?Approaching Cuba?s revolutionary experiment with third-world socialism from a decidedly sympathetic, progressive, and anti-imperialist standpoint, Chomsky does not shy away from airing the revolution?s dirty laundry even if she places most of the blame for its troubles squarely at the feet of its more powerful neighbor to the north.? ? Latin American in Focus: Cuba (ABC-Clio, 2013) "This excellent short history covers a number of themes while managing to be exceptionally insightful... Chomsky brings a balanced breath of fresh air that not only informs readers but also illuminates the topic. Summing Up: Essential. All levels/libraries." (Choice, 1 August 2011) "This fact alone makes Chomsky's volume a welcome addition to the historiography of Cuba, and more broadly, Latin America . . . Chomsky's book is concise (less than 200 pages of text) and highly readable, two characteristics favorable for course adoption." (The Americas, 1 July 2011) "In the case of the Cuban revolution, this book fulfils that intent and appears as a useful addition to the available teaching material. Its division in chapters that can stand alone, based around the themes of economy and politics, relations with the United States, migration, culture, diversity, the special period and Cuba in the 21st century, would allow teachers to use particular sections as class material in a wide range of courses. Tighter editing for the next edition could make it more useful still." (Reviews in History, 9 June 2011 "An overview of the political and economic events is combined with a look at this social impact through an examination of the lives of ordinary people." (Times Higher Education Supplement, 24 February 2011) ?This book is a useful textbook for undergraduate students and a welcome addition to the historiography on the Cuban Revolution. I would even strongly recommend it to any tourist visiting the island since it is concise, very well written, and easy to digest.? (Hispanic American Historical Review, 1 August 2012)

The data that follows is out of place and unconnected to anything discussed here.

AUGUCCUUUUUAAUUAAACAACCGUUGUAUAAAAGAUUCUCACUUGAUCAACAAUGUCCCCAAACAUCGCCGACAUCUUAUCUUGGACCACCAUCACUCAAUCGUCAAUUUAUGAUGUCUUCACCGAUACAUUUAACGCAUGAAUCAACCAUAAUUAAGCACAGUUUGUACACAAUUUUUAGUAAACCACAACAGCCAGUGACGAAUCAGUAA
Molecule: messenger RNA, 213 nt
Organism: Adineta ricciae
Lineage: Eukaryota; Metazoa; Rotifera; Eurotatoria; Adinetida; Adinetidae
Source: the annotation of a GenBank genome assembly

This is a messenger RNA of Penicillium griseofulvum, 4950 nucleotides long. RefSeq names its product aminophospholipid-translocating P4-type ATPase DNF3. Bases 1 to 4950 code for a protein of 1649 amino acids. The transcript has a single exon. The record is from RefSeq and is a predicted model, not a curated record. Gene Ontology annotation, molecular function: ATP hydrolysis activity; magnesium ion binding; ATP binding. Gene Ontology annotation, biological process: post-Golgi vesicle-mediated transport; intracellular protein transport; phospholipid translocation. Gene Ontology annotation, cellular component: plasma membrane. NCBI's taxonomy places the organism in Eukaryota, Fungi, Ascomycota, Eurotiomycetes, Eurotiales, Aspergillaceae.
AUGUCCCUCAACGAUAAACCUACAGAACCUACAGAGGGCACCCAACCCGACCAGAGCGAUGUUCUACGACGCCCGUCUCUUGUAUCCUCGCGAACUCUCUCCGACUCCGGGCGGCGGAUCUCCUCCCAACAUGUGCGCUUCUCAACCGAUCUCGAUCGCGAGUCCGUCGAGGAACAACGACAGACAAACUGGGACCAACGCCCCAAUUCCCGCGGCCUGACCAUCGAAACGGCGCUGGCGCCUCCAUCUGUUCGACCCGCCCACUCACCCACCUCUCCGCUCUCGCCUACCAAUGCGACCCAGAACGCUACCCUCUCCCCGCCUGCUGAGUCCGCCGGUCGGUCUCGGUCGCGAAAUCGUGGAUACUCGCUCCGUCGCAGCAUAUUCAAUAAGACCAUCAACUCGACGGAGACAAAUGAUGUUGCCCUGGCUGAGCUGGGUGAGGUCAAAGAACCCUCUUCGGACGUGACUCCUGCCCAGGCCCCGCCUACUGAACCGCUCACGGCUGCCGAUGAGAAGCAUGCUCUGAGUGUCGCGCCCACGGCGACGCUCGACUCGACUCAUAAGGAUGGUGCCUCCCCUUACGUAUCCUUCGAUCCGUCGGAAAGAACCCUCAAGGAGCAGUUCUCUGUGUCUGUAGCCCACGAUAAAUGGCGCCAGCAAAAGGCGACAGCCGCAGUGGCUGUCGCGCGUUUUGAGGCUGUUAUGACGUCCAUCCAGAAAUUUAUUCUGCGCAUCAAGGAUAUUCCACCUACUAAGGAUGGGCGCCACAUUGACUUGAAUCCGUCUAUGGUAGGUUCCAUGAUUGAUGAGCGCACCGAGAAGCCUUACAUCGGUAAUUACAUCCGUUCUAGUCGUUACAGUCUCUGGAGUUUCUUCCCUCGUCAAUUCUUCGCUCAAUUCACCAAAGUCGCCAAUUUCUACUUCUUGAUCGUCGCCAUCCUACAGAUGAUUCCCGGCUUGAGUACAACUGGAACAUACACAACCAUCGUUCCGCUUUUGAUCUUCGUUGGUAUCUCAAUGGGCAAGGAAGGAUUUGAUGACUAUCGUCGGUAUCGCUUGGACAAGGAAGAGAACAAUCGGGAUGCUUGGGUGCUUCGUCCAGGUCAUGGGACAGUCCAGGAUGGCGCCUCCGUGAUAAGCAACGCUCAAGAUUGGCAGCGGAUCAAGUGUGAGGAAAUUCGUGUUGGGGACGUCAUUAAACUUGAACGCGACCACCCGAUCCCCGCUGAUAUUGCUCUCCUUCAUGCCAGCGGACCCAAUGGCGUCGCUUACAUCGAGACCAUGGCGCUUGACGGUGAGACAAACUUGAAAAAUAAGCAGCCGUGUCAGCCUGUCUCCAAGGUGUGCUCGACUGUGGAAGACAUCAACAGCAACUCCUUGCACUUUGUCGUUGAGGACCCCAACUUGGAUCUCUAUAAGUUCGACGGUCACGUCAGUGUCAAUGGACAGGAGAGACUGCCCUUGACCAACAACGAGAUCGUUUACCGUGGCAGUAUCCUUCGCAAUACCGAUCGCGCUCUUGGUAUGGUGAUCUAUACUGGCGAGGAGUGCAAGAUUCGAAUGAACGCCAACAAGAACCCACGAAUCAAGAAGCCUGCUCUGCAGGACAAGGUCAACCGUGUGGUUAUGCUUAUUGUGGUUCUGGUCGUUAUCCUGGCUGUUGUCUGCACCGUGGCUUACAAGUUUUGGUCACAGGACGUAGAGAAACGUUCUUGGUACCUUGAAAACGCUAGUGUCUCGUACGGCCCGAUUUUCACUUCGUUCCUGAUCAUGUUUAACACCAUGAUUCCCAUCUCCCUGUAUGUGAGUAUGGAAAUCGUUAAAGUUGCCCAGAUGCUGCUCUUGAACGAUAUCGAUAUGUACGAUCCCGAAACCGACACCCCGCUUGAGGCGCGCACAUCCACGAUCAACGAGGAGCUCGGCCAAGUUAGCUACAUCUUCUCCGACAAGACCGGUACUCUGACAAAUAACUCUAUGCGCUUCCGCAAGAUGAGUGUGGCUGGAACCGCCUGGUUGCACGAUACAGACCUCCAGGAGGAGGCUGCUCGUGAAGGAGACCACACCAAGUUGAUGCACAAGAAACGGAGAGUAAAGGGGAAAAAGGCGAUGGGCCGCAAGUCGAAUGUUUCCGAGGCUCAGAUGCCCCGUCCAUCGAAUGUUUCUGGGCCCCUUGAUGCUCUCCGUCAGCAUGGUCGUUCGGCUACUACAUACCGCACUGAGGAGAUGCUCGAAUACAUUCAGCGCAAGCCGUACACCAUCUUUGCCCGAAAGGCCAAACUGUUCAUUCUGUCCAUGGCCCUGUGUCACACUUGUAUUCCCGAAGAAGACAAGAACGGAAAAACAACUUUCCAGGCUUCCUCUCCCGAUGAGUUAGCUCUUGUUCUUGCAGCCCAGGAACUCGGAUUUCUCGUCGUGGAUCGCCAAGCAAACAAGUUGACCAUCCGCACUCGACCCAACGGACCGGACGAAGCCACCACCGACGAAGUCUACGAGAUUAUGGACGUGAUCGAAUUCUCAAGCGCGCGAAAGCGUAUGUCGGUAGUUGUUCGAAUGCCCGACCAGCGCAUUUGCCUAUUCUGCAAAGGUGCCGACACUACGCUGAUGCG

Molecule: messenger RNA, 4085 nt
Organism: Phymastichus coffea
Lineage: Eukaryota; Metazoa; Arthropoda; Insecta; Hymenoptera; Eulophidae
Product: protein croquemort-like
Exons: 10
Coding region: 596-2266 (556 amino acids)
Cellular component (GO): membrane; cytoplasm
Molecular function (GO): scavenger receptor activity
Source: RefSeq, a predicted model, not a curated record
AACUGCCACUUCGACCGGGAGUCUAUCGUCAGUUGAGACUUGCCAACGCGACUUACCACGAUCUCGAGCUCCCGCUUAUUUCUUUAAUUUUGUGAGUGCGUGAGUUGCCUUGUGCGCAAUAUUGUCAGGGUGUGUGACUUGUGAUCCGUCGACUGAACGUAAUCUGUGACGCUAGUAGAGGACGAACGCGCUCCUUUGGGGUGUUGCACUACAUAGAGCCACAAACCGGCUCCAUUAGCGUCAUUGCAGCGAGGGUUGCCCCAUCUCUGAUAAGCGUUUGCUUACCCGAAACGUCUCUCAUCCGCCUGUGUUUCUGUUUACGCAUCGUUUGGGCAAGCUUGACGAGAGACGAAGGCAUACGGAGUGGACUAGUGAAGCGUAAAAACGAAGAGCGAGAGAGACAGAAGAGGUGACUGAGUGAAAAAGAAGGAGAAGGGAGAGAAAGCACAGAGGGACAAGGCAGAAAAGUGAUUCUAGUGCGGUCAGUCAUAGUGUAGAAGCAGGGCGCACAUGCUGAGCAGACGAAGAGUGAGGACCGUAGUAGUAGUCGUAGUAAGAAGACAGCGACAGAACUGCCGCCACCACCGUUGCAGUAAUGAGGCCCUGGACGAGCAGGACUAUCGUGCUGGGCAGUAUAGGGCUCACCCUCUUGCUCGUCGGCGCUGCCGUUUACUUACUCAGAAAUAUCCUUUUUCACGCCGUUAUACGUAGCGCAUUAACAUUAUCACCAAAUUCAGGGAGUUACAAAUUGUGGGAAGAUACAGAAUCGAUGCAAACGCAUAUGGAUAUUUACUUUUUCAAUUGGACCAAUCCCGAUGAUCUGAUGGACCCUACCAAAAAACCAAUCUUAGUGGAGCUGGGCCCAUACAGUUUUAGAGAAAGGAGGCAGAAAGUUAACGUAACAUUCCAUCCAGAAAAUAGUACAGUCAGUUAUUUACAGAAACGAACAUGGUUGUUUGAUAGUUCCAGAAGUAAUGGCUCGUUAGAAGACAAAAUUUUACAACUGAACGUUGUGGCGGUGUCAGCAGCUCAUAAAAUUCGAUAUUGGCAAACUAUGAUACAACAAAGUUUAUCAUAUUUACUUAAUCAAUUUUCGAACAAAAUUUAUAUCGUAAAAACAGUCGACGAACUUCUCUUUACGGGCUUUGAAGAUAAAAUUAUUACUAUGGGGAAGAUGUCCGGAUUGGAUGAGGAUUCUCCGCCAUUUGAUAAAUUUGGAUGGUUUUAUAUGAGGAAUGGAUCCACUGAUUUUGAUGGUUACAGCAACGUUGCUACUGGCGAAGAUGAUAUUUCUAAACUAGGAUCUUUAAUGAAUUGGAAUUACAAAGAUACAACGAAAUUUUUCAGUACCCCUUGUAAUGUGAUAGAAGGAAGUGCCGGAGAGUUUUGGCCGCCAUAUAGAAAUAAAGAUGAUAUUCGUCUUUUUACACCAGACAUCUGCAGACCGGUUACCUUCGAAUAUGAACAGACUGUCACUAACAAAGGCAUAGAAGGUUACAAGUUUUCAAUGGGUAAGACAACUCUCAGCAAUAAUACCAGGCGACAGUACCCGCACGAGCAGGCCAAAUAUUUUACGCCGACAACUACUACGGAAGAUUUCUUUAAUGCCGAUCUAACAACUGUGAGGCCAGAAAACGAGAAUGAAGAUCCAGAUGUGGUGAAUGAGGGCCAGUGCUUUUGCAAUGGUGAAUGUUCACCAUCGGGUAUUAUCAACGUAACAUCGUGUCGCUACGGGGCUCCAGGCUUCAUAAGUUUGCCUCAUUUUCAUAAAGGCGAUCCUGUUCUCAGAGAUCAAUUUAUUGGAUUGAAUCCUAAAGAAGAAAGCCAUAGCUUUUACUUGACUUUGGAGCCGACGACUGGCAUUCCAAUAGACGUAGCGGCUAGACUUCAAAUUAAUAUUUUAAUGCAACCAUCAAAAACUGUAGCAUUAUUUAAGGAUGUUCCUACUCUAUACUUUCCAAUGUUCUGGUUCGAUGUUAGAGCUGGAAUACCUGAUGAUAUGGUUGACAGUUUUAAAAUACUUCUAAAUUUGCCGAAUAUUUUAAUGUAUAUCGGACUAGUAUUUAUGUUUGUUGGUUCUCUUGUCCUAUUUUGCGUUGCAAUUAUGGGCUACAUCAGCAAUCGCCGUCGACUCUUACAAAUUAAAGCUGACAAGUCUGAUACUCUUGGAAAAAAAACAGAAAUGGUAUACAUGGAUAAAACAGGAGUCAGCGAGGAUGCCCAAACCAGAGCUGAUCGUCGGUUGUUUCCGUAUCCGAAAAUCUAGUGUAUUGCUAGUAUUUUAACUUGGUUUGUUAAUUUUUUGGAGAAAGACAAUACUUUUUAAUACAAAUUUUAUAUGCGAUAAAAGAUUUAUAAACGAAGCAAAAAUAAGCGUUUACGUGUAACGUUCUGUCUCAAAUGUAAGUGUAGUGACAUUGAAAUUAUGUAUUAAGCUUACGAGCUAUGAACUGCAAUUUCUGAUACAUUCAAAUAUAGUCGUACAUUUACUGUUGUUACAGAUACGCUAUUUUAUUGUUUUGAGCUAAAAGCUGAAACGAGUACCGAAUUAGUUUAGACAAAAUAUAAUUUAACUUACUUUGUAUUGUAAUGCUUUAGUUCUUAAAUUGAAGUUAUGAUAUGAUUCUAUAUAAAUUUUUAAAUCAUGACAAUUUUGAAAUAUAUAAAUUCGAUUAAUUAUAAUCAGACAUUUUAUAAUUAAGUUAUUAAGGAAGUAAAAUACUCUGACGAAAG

Aviva Chomsky is Professor of History and Coordinator of Latin American, Latino and Caribbean Studies at Salem State College in Massachusetts. Her previous books include Linked Labor Histories: New England, Colombia, and the Making of a Global Working Class (2008), winner of the New England Council of Latin America's Best Book Prize, They Take Our Jobs! And 20 Other Myths about Immigration (2007), and West Indian Workers and the United Fruit Company in Costa Rica, 1870-1940 (1996).